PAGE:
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Hoffmann, R. A wiki for the life sciences where authorship matters. Nature Genetics (2008)

Endocrine gland-derived vascular endothelial growth factor is expressed in human peri-implantation endometrium, but not in endometrial carcinoma.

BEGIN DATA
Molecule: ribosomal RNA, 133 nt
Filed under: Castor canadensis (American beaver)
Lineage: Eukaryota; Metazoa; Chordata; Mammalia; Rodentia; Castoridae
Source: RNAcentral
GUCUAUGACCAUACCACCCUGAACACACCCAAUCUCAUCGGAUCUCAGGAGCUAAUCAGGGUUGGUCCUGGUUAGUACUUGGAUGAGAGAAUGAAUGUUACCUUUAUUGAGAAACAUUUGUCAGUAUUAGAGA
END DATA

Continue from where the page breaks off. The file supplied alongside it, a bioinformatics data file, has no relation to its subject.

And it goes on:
Endocrine gland-derived vascular endothelial growth factor (EG-VEGF) is a newly identified angiogenic and permeability-enhancing factor, predominantly expressed in steroidogenic tissues. Recently, we found that EG-VEGF is also expressed in the normal peri-implantation endometrial samples from patients of reproductive ages (80%). Immunohistochemistry analysis showed that EG-VEGF is predominantly expressed in the glandular epithelial cells and its expression is dynamic during the menstrual cycle with a peak expression at the mid-luteal phase. We also found that EG-VEGF transcripts are up-regulated in all the peri-implantation endometrial samples from the patients after the ovulating dose of human chorionic gonadotropin in gonadotropin-stimulated cycles and patients receiving hormone replacement therapy. In in vitro endometrial cell culture, EG-VEGF mRNA was detected in endometrial cells only in the presence of steroids, suggesting that EG-VEGF expression is highly dependent on the steroid hormones. Subsequent expression analyses on the EG-VEGF receptors showed that hPK-R1 and hPK-R2 are differentially expressed in human endometrium, but show no significant correlation with the hormonal treatments. On the other hand, EG-VEGF transcript was rarely detected in the endometrial samples from the postmenopausal patients and patients with endometrial carcinoma. It may imply that EG-VEGF may only play a role in vascular function of peri-implantation endometrium, but is unlikely to be associated with the etiology of endometrial cancer development.[1]


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